The Eyes Have IT

| May 20, 2016

costa vs. smith sunglass comparison for fly fishing #flyfishing
byby Shannon Drawe

Costa Sunglasses User Error Costa vs. Smith

NOTE – Remember my old adage, “See the fish. Be the fish. Catch the fish.”? That first sentence[ppw id=”133618797″ description=”Fly Fishing Glasses” price=”.10″]

is critical. Seeing fish, especially as I guide for carp on shallow freshwater flats, is critical to presenting a fly to them – first by finding them, then by discerning heads from tails, AND CASTING to the head not the tail of a carp, bass or gar cruising the local flats. If you add the increased angle (to water) of a skiff … deadly advantage ensues. I realize they aren’t giving these top-of-the-line sunglasses away, but if you use them all the time as I do, and take extreme care* of them as I do, then they’re definitely a justified expense.

Smith Optics Chroma-Pop


It’s time to flip the switch. For a number of years, I have been wearing Costa sunglasses due to their wide selection of lenses, and of course, the fantastic quality of their sunglasses.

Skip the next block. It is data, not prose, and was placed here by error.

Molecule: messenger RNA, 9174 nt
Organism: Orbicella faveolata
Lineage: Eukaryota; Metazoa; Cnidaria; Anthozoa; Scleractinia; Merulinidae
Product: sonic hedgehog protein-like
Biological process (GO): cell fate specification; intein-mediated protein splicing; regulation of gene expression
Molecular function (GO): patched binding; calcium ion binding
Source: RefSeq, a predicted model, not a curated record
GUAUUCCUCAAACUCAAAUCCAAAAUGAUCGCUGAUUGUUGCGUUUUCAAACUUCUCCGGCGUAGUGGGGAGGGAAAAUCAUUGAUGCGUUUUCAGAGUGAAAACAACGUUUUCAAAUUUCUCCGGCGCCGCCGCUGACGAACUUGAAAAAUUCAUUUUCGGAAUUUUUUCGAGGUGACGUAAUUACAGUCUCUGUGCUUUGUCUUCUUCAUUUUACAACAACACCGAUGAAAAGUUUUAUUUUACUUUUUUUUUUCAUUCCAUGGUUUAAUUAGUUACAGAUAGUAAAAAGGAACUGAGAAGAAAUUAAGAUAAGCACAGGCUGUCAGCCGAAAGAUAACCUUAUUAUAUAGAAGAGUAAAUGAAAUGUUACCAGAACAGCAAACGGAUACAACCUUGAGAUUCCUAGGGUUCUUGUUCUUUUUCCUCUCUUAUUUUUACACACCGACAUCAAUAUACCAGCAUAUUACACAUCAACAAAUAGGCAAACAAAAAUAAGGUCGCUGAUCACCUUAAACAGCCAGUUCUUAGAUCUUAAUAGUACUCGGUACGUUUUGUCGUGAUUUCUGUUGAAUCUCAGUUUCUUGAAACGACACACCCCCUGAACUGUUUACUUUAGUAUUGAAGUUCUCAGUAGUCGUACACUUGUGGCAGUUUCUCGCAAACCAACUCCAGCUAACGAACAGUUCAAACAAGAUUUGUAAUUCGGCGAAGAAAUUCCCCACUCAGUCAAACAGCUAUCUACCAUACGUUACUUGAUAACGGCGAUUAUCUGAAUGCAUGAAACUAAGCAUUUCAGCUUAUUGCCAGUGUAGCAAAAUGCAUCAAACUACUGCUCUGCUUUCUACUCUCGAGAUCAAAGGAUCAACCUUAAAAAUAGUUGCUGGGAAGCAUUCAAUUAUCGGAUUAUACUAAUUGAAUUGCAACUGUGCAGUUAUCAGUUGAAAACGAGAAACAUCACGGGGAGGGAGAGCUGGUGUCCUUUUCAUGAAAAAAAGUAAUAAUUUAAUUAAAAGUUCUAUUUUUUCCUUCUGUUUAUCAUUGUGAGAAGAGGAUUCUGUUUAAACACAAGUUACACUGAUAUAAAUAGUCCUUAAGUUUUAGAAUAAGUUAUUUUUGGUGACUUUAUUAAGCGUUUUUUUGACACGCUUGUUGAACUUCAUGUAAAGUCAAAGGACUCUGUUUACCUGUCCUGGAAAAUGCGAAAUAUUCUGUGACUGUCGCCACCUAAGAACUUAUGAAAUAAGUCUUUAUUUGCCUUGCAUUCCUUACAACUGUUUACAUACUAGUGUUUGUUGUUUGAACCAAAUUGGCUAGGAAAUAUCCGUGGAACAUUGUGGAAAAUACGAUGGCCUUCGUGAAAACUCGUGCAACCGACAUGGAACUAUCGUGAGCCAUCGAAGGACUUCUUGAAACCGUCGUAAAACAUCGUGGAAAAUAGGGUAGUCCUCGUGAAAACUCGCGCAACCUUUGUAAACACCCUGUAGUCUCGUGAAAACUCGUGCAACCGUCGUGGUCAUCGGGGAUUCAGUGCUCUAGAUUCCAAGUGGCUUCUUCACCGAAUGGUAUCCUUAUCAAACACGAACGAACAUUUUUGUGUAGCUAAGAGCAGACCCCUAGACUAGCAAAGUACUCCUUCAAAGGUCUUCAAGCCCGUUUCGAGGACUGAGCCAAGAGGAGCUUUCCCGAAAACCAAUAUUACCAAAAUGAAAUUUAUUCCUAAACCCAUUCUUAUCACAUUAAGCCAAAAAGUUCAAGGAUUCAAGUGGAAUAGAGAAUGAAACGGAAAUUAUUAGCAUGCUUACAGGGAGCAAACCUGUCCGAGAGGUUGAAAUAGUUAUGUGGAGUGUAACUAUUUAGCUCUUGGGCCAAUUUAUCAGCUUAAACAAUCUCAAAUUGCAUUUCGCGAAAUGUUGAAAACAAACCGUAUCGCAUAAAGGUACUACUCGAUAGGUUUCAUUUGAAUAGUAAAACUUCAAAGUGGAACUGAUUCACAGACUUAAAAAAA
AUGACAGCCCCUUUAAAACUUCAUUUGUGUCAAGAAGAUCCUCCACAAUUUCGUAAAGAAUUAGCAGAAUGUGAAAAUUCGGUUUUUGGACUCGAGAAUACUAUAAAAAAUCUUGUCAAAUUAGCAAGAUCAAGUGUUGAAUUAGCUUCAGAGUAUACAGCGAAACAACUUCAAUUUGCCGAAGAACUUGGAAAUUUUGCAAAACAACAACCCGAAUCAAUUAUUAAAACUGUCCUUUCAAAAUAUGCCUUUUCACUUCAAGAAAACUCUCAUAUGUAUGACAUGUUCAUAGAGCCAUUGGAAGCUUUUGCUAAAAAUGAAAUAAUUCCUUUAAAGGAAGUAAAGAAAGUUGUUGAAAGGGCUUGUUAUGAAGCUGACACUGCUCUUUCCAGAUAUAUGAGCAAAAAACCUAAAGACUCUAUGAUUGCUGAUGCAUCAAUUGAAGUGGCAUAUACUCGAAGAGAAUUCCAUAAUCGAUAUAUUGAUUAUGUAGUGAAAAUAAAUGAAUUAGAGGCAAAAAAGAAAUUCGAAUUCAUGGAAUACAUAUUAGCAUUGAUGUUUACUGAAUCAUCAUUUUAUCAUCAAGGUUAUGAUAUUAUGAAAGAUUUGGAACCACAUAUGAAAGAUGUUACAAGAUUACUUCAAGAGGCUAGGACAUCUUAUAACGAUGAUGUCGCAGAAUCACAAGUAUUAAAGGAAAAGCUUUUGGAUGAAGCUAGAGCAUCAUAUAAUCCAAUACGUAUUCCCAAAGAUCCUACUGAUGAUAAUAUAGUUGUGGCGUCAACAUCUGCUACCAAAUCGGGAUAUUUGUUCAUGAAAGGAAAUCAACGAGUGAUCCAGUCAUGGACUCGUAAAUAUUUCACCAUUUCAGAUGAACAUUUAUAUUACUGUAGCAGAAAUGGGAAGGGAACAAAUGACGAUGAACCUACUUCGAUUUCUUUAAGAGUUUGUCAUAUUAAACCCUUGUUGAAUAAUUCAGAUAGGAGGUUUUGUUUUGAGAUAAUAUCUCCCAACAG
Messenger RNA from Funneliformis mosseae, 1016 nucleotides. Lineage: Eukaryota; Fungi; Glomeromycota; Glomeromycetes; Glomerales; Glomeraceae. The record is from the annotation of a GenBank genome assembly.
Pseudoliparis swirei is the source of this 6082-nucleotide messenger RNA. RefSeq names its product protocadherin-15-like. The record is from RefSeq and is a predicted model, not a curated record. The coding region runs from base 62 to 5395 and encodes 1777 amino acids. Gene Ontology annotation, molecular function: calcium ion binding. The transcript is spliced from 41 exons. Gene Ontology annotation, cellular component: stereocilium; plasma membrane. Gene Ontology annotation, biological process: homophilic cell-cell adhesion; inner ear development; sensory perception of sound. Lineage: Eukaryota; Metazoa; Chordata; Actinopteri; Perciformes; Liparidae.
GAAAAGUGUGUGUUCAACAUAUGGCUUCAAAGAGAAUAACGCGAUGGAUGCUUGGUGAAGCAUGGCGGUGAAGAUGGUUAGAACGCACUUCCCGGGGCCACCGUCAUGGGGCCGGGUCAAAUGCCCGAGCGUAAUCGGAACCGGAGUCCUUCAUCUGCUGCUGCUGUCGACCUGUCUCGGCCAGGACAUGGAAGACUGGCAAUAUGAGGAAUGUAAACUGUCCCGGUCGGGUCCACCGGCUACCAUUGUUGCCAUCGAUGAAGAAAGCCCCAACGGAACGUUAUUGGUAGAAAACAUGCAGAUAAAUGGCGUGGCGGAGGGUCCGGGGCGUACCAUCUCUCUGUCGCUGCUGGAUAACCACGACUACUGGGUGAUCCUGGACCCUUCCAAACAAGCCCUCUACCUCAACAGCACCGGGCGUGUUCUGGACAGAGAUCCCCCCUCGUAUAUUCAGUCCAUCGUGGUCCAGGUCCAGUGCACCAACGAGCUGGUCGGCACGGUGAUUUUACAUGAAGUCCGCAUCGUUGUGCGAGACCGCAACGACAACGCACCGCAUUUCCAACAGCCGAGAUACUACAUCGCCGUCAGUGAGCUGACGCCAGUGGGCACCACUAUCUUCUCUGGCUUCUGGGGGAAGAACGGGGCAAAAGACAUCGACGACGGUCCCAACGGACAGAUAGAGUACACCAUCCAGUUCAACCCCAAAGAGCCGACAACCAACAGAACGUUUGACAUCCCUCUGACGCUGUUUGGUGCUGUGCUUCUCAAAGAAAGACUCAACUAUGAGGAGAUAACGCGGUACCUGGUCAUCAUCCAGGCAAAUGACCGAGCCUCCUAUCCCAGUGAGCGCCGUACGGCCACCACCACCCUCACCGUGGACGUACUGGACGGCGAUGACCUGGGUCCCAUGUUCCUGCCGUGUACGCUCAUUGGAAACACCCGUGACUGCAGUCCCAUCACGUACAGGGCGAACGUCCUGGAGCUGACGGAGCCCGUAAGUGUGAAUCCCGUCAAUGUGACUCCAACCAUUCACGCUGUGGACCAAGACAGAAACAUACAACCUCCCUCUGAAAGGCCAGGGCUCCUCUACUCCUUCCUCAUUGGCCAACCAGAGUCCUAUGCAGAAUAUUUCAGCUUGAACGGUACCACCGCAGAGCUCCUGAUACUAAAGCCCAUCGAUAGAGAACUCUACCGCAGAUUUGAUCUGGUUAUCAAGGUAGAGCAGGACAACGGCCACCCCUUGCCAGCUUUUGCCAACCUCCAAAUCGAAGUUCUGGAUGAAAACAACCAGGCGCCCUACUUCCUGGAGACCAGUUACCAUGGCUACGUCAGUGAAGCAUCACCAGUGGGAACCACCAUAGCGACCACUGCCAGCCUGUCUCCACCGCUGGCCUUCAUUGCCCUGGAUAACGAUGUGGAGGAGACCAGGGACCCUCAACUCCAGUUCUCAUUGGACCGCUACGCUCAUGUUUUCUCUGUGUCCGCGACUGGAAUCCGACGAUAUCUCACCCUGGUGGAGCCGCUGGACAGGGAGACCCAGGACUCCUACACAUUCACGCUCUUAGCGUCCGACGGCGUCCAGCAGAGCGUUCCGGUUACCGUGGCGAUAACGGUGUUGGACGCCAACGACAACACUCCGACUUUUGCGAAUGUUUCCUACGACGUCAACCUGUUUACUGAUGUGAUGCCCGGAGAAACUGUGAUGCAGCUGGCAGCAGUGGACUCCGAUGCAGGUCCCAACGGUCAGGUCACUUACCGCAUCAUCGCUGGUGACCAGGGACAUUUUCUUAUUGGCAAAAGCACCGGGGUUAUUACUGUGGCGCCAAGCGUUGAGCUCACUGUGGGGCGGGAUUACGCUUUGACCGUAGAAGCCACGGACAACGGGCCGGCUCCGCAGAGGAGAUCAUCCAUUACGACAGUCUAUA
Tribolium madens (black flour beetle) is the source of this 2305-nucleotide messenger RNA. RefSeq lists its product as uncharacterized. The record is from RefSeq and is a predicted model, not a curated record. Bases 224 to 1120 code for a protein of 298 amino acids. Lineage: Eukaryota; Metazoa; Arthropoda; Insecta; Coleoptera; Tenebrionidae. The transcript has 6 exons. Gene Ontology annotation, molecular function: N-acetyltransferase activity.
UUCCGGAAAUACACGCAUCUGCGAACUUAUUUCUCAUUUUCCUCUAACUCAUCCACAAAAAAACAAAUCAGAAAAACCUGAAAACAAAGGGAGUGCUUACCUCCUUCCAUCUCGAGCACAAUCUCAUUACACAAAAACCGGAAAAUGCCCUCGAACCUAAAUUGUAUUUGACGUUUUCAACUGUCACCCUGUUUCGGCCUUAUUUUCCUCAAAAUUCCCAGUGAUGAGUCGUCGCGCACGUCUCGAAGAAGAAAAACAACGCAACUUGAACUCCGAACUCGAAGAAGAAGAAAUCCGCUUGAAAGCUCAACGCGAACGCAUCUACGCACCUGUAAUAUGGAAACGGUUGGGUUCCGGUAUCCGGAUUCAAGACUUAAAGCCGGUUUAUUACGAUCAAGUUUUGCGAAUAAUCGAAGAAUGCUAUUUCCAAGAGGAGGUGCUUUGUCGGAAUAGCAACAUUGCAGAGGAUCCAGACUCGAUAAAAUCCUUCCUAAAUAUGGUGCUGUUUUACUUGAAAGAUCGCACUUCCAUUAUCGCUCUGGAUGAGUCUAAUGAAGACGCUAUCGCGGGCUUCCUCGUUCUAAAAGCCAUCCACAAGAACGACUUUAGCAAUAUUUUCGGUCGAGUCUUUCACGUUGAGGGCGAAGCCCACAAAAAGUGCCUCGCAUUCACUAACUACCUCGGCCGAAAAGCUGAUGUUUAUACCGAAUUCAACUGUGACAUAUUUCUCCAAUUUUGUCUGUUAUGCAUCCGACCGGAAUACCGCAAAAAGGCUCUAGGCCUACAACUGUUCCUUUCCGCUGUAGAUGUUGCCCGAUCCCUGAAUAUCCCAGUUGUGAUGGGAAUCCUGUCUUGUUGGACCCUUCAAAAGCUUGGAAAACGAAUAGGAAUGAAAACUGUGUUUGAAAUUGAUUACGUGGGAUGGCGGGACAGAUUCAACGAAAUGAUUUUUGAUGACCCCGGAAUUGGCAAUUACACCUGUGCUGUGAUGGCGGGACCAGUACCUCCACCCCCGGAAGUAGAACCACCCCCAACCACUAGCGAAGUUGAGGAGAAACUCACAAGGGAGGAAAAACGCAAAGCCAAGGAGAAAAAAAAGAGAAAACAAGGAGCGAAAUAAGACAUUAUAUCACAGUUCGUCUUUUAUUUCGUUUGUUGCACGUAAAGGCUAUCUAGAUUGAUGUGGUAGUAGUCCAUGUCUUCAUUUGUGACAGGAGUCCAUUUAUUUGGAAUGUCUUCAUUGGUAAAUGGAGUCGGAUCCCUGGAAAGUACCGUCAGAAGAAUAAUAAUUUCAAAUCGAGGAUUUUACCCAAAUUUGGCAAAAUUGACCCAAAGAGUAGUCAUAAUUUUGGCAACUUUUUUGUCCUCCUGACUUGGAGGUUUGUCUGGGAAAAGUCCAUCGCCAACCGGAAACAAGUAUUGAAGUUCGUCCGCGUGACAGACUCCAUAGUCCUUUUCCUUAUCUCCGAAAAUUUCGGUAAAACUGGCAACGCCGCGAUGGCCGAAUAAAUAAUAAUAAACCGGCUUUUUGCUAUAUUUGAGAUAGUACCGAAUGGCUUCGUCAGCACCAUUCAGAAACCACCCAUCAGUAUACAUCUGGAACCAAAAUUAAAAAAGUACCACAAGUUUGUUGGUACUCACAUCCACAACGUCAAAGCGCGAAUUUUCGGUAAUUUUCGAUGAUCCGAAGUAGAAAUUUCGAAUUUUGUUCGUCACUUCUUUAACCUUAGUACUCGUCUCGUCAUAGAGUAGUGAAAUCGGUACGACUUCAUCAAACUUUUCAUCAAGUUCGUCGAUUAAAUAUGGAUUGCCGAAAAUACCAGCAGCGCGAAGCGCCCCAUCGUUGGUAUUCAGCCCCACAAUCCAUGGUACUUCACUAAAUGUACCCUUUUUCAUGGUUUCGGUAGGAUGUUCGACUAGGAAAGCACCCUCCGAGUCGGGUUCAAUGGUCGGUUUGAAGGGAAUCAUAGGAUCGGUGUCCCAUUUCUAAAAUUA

[ppw id=”132797257″ description=”Smith Vs. Costa Review” price=”.10″]

Let me back up a moment. For much of the fly fishing I do, including guiding on freshwater flats here in North Texas, polarized sunglasses are a must. It’s hard to forget guests and clients who didn’t read my instructions on “What To Bring,” and arrived on scene without polarized sunglasses. And over time, I have finally zeroed in on which color and surface lens works best for the local flats. Over time, I have also arrived at lenses that work for coastal flats and jetties waters. Each color and surface is part of a huge collection of lenses offered by Costa and Smith Optics (with slightly fewer choices).